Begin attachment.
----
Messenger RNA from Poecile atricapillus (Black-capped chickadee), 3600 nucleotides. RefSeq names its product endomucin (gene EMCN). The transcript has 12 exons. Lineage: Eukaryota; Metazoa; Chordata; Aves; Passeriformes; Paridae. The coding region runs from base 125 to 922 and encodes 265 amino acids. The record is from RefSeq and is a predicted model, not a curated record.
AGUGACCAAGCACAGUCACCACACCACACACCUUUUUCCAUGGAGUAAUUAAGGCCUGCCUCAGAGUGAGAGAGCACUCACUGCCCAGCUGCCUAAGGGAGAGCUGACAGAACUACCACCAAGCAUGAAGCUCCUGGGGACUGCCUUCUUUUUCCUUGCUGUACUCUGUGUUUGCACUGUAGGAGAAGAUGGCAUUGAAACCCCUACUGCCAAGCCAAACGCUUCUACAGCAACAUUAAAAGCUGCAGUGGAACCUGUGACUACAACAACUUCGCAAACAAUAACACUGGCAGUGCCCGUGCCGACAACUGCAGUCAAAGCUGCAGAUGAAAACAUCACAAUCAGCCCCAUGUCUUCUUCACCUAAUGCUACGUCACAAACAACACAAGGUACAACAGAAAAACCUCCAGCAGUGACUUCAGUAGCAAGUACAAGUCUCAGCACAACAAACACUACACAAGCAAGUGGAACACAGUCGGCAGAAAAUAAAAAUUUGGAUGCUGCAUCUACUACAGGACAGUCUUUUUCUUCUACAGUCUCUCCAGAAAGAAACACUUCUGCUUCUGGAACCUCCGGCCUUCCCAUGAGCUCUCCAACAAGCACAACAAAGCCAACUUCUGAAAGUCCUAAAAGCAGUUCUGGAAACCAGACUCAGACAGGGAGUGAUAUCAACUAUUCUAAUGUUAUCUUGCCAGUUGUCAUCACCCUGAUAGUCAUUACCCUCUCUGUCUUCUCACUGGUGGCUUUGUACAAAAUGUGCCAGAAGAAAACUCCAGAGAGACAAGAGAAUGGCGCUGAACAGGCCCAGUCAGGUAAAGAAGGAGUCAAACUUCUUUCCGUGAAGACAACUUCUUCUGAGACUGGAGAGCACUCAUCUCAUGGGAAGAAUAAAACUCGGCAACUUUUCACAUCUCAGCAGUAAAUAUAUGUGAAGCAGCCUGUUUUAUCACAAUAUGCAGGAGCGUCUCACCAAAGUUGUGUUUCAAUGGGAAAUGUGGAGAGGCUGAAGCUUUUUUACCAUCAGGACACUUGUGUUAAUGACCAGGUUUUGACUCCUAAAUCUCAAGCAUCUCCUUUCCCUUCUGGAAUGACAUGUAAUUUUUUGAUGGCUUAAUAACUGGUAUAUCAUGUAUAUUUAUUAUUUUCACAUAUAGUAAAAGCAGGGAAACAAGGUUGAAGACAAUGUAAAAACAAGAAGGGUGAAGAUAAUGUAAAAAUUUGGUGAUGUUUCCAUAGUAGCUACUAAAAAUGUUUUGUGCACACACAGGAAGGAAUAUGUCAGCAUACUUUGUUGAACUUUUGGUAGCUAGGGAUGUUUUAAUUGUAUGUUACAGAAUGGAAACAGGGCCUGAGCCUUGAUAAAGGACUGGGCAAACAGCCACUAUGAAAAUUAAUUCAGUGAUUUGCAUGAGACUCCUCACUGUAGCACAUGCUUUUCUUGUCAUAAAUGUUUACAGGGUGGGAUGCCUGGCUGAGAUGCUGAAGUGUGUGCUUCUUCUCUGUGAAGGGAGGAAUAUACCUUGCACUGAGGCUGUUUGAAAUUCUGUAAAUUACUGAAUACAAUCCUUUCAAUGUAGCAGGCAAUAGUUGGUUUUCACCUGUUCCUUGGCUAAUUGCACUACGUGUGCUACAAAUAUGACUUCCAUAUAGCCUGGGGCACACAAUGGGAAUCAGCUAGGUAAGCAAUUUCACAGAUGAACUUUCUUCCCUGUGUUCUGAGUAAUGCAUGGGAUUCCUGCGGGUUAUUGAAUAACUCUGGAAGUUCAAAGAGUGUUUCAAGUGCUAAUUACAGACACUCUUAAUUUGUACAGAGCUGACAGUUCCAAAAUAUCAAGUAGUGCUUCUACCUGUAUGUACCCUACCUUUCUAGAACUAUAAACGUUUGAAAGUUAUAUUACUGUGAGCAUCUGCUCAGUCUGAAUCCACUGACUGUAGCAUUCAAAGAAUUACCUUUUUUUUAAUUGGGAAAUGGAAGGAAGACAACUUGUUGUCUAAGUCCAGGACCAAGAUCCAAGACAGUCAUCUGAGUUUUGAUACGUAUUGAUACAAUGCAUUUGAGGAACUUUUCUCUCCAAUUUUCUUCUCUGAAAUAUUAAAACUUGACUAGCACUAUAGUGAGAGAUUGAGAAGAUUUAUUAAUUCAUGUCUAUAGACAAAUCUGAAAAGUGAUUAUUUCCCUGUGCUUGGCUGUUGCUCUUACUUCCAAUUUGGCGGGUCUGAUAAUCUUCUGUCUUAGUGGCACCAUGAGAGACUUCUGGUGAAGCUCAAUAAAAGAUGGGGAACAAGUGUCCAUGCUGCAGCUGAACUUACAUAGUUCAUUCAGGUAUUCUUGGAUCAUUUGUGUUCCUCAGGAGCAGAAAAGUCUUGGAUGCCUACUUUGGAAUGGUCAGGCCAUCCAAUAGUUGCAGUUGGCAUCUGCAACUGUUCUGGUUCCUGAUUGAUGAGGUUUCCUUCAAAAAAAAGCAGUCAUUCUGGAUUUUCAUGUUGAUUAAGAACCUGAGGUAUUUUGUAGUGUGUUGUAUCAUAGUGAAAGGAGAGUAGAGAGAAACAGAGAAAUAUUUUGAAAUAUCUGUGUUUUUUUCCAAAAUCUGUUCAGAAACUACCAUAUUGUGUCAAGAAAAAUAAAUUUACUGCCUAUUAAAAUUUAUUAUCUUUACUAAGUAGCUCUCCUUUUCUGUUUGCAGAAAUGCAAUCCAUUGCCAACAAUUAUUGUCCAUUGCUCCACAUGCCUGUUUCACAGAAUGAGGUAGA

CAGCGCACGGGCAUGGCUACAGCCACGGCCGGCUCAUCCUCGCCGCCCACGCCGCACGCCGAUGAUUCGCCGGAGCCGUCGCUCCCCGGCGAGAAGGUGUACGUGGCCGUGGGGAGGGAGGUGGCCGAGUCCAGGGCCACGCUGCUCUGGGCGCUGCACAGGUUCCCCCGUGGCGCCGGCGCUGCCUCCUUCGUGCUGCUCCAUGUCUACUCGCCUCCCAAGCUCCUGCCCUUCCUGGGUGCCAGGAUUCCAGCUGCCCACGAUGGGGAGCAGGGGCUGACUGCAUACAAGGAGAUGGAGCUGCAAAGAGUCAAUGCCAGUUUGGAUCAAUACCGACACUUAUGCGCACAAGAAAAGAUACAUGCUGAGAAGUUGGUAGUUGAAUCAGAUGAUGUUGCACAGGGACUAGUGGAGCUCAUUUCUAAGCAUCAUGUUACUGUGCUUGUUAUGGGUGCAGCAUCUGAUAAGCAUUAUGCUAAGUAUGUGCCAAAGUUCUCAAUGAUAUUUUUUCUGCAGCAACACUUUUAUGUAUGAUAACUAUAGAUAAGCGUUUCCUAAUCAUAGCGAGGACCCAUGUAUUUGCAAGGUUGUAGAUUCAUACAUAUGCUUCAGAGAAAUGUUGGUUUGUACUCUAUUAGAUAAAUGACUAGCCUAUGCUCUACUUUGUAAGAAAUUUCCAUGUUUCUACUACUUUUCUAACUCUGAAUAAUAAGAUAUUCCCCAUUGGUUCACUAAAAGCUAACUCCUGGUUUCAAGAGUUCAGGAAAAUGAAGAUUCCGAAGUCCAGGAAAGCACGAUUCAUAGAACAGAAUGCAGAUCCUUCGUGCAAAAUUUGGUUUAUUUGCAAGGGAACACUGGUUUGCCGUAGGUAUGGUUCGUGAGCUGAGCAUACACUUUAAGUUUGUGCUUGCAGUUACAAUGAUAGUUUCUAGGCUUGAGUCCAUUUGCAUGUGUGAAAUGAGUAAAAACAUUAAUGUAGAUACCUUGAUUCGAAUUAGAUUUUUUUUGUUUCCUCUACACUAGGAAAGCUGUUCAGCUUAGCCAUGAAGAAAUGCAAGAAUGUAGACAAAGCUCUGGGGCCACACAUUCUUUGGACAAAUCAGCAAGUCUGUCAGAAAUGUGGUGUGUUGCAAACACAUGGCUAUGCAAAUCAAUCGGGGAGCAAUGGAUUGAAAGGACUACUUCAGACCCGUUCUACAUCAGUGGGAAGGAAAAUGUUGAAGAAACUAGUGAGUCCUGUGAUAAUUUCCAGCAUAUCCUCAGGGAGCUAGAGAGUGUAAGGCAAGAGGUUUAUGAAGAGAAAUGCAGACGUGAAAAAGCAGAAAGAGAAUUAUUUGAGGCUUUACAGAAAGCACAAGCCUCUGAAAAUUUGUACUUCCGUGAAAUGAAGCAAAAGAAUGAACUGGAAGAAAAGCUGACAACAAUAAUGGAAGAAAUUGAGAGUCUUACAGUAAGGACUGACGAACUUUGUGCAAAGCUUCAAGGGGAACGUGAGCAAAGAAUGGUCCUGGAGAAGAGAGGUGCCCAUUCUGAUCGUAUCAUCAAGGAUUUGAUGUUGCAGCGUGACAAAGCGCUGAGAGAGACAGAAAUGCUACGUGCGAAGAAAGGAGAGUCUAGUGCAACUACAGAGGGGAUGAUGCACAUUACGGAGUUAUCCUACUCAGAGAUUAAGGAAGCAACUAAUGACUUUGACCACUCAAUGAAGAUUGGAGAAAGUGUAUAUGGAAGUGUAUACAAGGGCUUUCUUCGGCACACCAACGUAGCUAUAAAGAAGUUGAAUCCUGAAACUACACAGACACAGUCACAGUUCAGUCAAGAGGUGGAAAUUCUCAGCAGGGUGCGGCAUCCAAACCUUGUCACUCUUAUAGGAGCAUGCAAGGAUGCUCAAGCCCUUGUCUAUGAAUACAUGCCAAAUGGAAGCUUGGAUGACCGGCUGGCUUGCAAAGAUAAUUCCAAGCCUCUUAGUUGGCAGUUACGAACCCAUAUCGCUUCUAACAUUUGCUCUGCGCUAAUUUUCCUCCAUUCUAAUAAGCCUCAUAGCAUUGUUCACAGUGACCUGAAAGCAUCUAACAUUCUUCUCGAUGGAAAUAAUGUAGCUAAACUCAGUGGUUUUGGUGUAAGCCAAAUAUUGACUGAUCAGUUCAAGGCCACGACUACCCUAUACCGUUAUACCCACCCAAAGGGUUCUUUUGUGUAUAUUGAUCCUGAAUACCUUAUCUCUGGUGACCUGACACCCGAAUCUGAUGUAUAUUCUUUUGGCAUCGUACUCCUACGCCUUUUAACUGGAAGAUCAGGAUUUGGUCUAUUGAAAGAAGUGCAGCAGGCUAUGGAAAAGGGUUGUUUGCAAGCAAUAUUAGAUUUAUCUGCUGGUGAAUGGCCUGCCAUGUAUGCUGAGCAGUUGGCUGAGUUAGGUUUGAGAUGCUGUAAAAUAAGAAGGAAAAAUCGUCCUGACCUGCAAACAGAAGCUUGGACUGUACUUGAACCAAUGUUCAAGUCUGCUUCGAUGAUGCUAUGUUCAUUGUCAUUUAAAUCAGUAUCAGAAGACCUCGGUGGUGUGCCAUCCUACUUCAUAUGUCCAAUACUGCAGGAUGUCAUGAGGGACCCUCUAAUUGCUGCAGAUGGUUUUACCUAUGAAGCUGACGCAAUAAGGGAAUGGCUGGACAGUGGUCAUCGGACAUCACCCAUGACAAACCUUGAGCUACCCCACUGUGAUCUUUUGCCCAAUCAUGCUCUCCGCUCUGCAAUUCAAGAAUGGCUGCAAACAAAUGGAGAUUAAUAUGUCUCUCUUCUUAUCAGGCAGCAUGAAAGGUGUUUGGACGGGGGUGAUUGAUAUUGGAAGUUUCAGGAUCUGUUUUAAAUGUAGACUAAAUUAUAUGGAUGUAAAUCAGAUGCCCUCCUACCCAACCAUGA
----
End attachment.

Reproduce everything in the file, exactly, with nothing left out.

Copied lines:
Messenger RNA from Poecile atricapillus (Black-capped chickadee), 3600 nucleotides. RefSeq names its product endomucin (gene EMCN). The transcript has 12 exons. Lineage: Eukaryota; Metazoa; Chordata; Aves; Passeriformes; Paridae. The coding region runs from base 125 to 922 and encodes 265 amino acids. The record is from RefSeq and is a predicted model, not a curated record.
AGUGACCAAGCACAGUCACCACACCACACACCUUUUUCCAUGGAGUAAUUAAGGCCUGCCUCAGAGUGAGAGAGCACUCACUGCCCAGCUGCCUAAGGGAGAGCUGACAGAACUACCACCAAGCAUGAAGCUCCUGGGGACUGCCUUCUUUUUCCUUGCUGUACUCUGUGUUUGCACUGUAGGAGAAGAUGGCAUUGAAACCCCUACUGCCAAGCCAAACGCUUCUACAGCAACAUUAAAAGCUGCAGUGGAACCUGUGACUACAACAACUUCGCAAACAAUAACACUGGCAGUGCCCGUGCCGACAACUGCAGUCAAAGCUGCAGAUGAAAACAUCACAAUCAGCCCCAUGUCUUCUUCACCUAAUGCUACGUCACAAACAACACAAGGUACAACAGAAAAACCUCCAGCAGUGACUUCAGUAGCAAGUACAAGUCUCAGCACAACAAACACUACACAAGCAAGUGGAACACAGUCGGCAGAAAAUAAAAAUUUGGAUGCUGCAUCUACUACAGGACAGUCUUUUUCUUCUACAGUCUCUCCAGAAAGAAACACUUCUGCUUCUGGAACCUCCGGCCUUCCCAUGAGCUCUCCAACAAGCACAACAAAGCCAACUUCUGAAAGUCCUAAAAGCAGUUCUGGAAACCAGACUCAGACAGGGAGUGAUAUCAACUAUUCUAAUGUUAUCUUGCCAGUUGUCAUCACCCUGAUAGUCAUUACCCUCUCUGUCUUCUCACUGGUGGCUUUGUACAAAAUGUGCCAGAAGAAAACUCCAGAGAGACAAGAGAAUGGCGCUGAACAGGCCCAGUCAGGUAAAGAAGGAGUCAAACUUCUUUCCGUGAAGACAACUUCUUCUGAGACUGGAGAGCACUCAUCUCAUGGGAAGAAUAAAACUCGGCAACUUUUCACAUCUCAGCAGUAAAUAUAUGUGAAGCAGCCUGUUUUAUCACAAUAUGCAGGAGCGUCUCACCAAAGUUGUGUUUCAAUGGGAAAUGUGGAGAGGCUGAAGCUUUUUUACCAUCAGGACACUUGUGUUAAUGACCAGGUUUUGACUCCUAAAUCUCAAGCAUCUCCUUUCCCUUCUGGAAUGACAUGUAAUUUUUUGAUGGCUUAAUAACUGGUAUAUCAUGUAUAUUUAUUAUUUUCACAUAUAGUAAAAGCAGGGAAACAAGGUUGAAGACAAUGUAAAAACAAGAAGGGUGAAGAUAAUGUAAAAAUUUGGUGAUGUUUCCAUAGUAGCUACUAAAAAUGUUUUGUGCACACACAGGAAGGAAUAUGUCAGCAUACUUUGUUGAACUUUUGGUAGCUAGGGAUGUUUUAAUUGUAUGUUACAGAAUGGAAACAGGGCCUGAGCCUUGAUAAAGGACUGGGCAAACAGCCACUAUGAAAAUUAAUUCAGUGAUUUGCAUGAGACUCCUCACUGUAGCACAUGCUUUUCUUGUCAUAAAUGUUUACAGGGUGGGAUGCCUGGCUGAGAUGCUGAAGUGUGUGCUUCUUCUCUGUGAAGGGAGGAAUAUACCUUGCACUGAGGCUGUUUGAAAUUCUGUAAAUUACUGAAUACAAUCCUUUCAAUGUAGCAGGCAAUAGUUGGUUUUCACCUGUUCCUUGGCUAAUUGCACUACGUGUGCUACAAAUAUGACUUCCAUAUAGCCUGGGGCACACAAUGGGAAUCAGCUAGGUAAGCAAUUUCACAGAUGAACUUUCUUCCCUGUGUUCUGAGUAAUGCAUGGGAUUCCUGCGGGUUAUUGAAUAACUCUGGAAGUUCAAAGAGUGUUUCAAGUGCUAAUUACAGACACUCUUAAUUUGUACAGAGCUGACAGUUCCAAAAUAUCAAGUAGUGCUUCUACCUGUAUGUACCCUACCUUUCUAGAACUAUAAACGUUUGAAAGUUAUAUUACUGUGAGCAUCUGCUCAGUCUGAAUCCACUGACUGUAGCAUUCAAAGAAUUACCUUUUUUUUAAUUGGGAAAUGGAAGGAAGACAACUUGUUGUCUAAGUCCAGGACCAAGAUCCAAGACAGUCAUCUGAGUUUUGAUACGUAUUGAUACAAUGCAUUUGAGGAACUUUUCUCUCCAAUUUUCUUCUCUGAAAUAUUAAAACUUGACUAGCACUAUAGUGAGAGAUUGAGAAGAUUUAUUAAUUCAUGUCUAUAGACAAAUCUGAAAAGUGAUUAUUUCCCUGUGCUUGGCUGUUGCUCUUACUUCCAAUUUGGCGGGUCUGAUAAUCUUCUGUCUUAGUGGCACCAUGAGAGACUUCUGGUGAAGCUCAAUAAAAGAUGGGGAACAAGUGUCCAUGCUGCAGCUGAACUUACAUAGUUCAUUCAGGUAUUCUUGGAUCAUUUGUGUUCCUCAGGAGCAGAAAAGUCUUGGAUGCCUACUUUGGAAUGGUCAGGCCAUCCAAUAGUUGCAGUUGGCAUCUGCAACUGUUCUGGUUCCUGAUUGAUGAGGUUUCCUUCAAAAAAAAGCAGUCAUUCUGGAUUUUCAUGUUGAUUAAGAACCUGAGGUAUUUUGUAGUGUGUUGUAUCAUAGUGAAAGGAGAGUAGAGAGAAACAGAGAAAUAUUUUGAAAUAUCUGUGUUUUUUUCCAAAAUCUGUUCAGAAACUACCAUAUUGUGUCAAGAAAAAUAAAUUUACUGCCUAUUAAAAUUUAUUAUCUUUACUAAGUAGCUCUCCUUUUCUGUUUGCAGAAAUGCAAUCCAUUGCCAACAAUUAUUGUCCAUUGCUCCACAUGCCUGUUUCACAGAAUGAGGUAGA

CAGCGCACGGGCAUGGCUACAGCCACGGCCGGCUCAUCCUCGCCGCCCACGCCGCACGCCGAUGAUUCGCCGGAGCCGUCGCUCCCCGGCGAGAAGGUGUACGUGGCCGUGGGGAGGGAGGUGGCCGAGUCCAGGGCCACGCUGCUCUGGGCGCUGCACAGGUUCCCCCGUGGCGCCGGCGCUGCCUCCUUCGUGCUGCUCCAUGUCUACUCGCCUCCCAAGCUCCUGCCCUUCCUGGGUGCCAGGAUUCCAGCUGCCCACGAUGGGGAGCAGGGGCUGACUGCAUACAAGGAGAUGGAGCUGCAAAGAGUCAAUGCCAGUUUGGAUCAAUACCGACACUUAUGCGCACAAGAAAAGAUACAUGCUGAGAAGUUGGUAGUUGAAUCAGAUGAUGUUGCACAGGGACUAGUGGAGCUCAUUUCUAAGCAUCAUGUUACUGUGCUUGUUAUGGGUGCAGCAUCUGAUAAGCAUUAUGCUAAGUAUGUGCCAAAGUUCUCAAUGAUAUUUUUUCUGCAGCAACACUUUUAUGUAUGAUAACUAUAGAUAAGCGUUUCCUAAUCAUAGCGAGGACCCAUGUAUUUGCAAGGUUGUAGAUUCAUACAUAUGCUUCAGAGAAAUGUUGGUUUGUACUCUAUUAGAUAAAUGACUAGCCUAUGCUCUACUUUGUAAGAAAUUUCCAUGUUUCUACUACUUUUCUAACUCUGAAUAAUAAGAUAUUCCCCAUUGGUUCACUAAAAGCUAACUCCUGGUUUCAAGAGUUCAGGAAAAUGAAGAUUCCGAAGUCCAGGAAAGCACGAUUCAUAGAACAGAAUGCAGAUCCUUCGUGCAAAAUUUGGUUUAUUUGCAAGGGAACACUGGUUUGCCGUAGGUAUGGUUCGUGAGCUGAGCAUACACUUUAAGUUUGUGCUUGCAGUUACAAUGAUAGUUUCUAGGCUUGAGUCCAUUUGCAUGUGUGAAAUGAGUAAAAACAUUAAUGUAGAUACCUUGAUUCGAAUUAGAUUUUUUUUGUUUCCUCUACACUAGGAAAGCUGUUCAGCUUAGCCAUGAAGAAAUGCAAGAAUGUAGACAAAGCUCUGGGGCCACACAUUCUUUGGACAAAUCAGCAAGUCUGUCAGAAAUGUGGUGUGUUGCAAACACAUGGCUAUGCAAAUCAAUCGGGGAGCAAUGGAUUGAAAGGACUACUUCAGACCCGUUCUACAUCAGUGGGAAGGAAAAUGUUGAAGAAACUAGUGAGUCCUGUGAUAAUUUCCAGCAUAUCCUCAGGGAGCUAGAGAGUGUAAGGCAAGAGGUUUAUGAAGAGAAAUGCAGACGUGAAAAAGCAGAAAGAGAAUUAUUUGAGGCUUUACAGAAAGCACAAGCCUCUGAAAAUUUGUACUUCCGUGAAAUGAAGCAAAAGAAUGAACUGGAAGAAAAGCUGACAACAAUAAUGGAAGAAAUUGAGAGUCUUACAGUAAGGACUGACGAACUUUGUGCAAAGCUUCAAGGGGAACGUGAGCAAAGAAUGGUCCUGGAGAAGAGAGGUGCCCAUUCUGAUCGUAUCAUCAAGGAUUUGAUGUUGCAGCGUGACAAAGCGCUGAGAGAGACAGAAAUGCUACGUGCGAAGAAAGGAGAGUCUAGUGCAACUACAGAGGGGAUGAUGCACAUUACGGAGUUAUCCUACUCAGAGAUUAAGGAAGCAACUAAUGACUUUGACCACUCAAUGAAGAUUGGAGAAAGUGUAUAUGGAAGUGUAUACAAGGGCUUUCUUCGGCACACCAACGUAGCUAUAAAGAAGUUGAAUCCUGAAACUACACAGACACAGUCACAGUUCAGUCAAGAGGUGGAAAUUCUCAGCAGGGUGCGGCAUCCAAACCUUGUCACUCUUAUAGGAGCAUGCAAGGAUGCUCAAGCCCUUGUCUAUGAAUACAUGCCAAAUGGAAGCUUGGAUGACCGGCUGGCUUGCAAAGAUAAUUCCAAGCCUCUUAGUUGGCAGUUACGAACCCAUAUCGCUUCUAACAUUUGCUCUGCGCUAAUUUUCCUCCAUUCUAAUAAGCCUCAUAGCAUUGUUCACAGUGACCUGAAAGCAUCUAACAUUCUUCUCGAUGGAAAUAAUGUAGCUAAACUCAGUGGUUUUGGUGUAAGCCAAAUAUUGACUGAUCAGUUCAAGGCCACGACUACCCUAUACCGUUAUACCCACCCAAAGGGUUCUUUUGUGUAUAUUGAUCCUGAAUACCUUAUCUCUGGUGACCUGACACCCGAAUCUGAUGUAUAUUCUUUUGGCAUCGUACUCCUACGCCUUUUAACUGGAAGAUCAGGAUUUGGUCUAUUGAAAGAAGUGCAGCAGGCUAUGGAAAAGGGUUGUUUGCAAGCAAUAUUAGAUUUAUCUGCUGGUGAAUGGCCUGCCAUGUAUGCUGAGCAGUUGGCUGAGUUAGGUUUGAGAUGCUGUAAAAUAAGAAGGAAAAAUCGUCCUGACCUGCAAACAGAAGCUUGGACUGUACUUGAACCAAUGUUCAAGUCUGCUUCGAUGAUGCUAUGUUCAUUGUCAUUUAAAUCAGUAUCAGAAGACCUCGGUGGUGUGCCAUCCUACUUCAUAUGUCCAAUACUGCAGGAUGUCAUGAGGGACCCUCUAAUUGCUGCAGAUGGUUUUACCUAUGAAGCUGACGCAAUAAGGGAAUGGCUGGACAGUGGUCAUCGGACAUCACCCAUGACAAACCUUGAGCUACCCCACUGUGAUCUUUUGCCCAAUCAUGCUCUCCGCUCUGCAAUUCAAGAAUGGCUGCAAACAAAUGGAGAUUAAUAUGUCUCUCUUCUUAUCAGGCAGCAUGAAAGGUGUUUGGACGGGGGUGAUUGAUAUUGGAAGUUUCAGGAUCUGUUUUAAAUGUAGACUAAAUUAUAUGGAUGUAAAUCAGAUGCCCUCCUACCCAACCAUGA